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Hoffmann, R. A wiki for the life sciences where authorship matters. Nature Genetics (2008)

Vitamin E normalizes diacylglycerol-protein kinase C activation induced by hyperglycemia in rat vascular tissues.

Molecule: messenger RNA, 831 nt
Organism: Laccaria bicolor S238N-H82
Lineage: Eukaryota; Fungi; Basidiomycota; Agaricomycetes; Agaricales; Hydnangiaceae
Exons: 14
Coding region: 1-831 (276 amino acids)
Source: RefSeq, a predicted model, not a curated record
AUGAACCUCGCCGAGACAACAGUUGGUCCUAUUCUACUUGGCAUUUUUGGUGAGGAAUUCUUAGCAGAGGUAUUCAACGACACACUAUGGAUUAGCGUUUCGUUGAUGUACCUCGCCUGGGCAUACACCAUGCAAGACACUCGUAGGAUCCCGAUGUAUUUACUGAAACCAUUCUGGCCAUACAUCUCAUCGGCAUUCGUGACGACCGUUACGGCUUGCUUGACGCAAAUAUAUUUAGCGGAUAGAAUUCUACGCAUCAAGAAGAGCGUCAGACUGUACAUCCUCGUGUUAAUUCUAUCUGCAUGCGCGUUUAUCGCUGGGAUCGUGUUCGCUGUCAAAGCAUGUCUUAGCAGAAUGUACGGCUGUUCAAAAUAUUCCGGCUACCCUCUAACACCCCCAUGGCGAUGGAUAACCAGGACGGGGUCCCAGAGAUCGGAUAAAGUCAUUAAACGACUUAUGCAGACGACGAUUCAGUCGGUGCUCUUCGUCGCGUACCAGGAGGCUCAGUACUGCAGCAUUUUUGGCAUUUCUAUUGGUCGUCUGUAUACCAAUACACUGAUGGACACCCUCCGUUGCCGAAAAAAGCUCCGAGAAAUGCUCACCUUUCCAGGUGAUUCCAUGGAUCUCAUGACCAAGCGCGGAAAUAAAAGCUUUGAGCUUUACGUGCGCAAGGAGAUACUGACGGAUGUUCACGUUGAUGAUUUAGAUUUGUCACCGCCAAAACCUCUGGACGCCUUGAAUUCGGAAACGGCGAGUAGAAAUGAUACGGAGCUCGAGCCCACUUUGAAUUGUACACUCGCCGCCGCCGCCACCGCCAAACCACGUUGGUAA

Hyperglycemia, a major cause of vascular complications in diabetes, has been shown to activate the diacylglycerol (DAG)-protein kinase C (PKC) pathway in vascular tissues. We have found that D-alpha-tocopherol (vitamin E) treatment reversed the adverse effects of hyperglycemia both in vitro and in vivo. In aortic smooth muscle cells (ASMCs), the PKC specific activity from the membranous fraction and total DAG were increased by 31 +/- 4% (P < 0.05) and 50 +/- 7% (P < 0.05), respectively, when the glucose levels were changed from 5.5 to 22 mmol/l. D-alpha-tocopherol prevented the glucose-stimulated increases in DAG level and PKC activity as well as the amount of PKC beta II isoform in ASMCs cultured with elevated glucose levels. Comparing streptozotocin-induced diabetic rats after 2 weeks of disease to controls, specific membranous PKC activities and total DAG levels were increased in aorta (162%, P < 0.05; 60%, P < 0.05). Intraperitoneal injection of D-alpha-tocopherol (40 mg/kg) every other day resulted in a significant decrease of the elevated membranous PKC specific activity and total DAG levels in parallel with a significant increase of D-alpha-tocopherol content in the aorta. These findings suggested that D-alpha-tocopherol can prevent the activation of PKC in the vascular cells and aorta induced by hyperglycemia by normalizing the elevated levels of DAG.[1]


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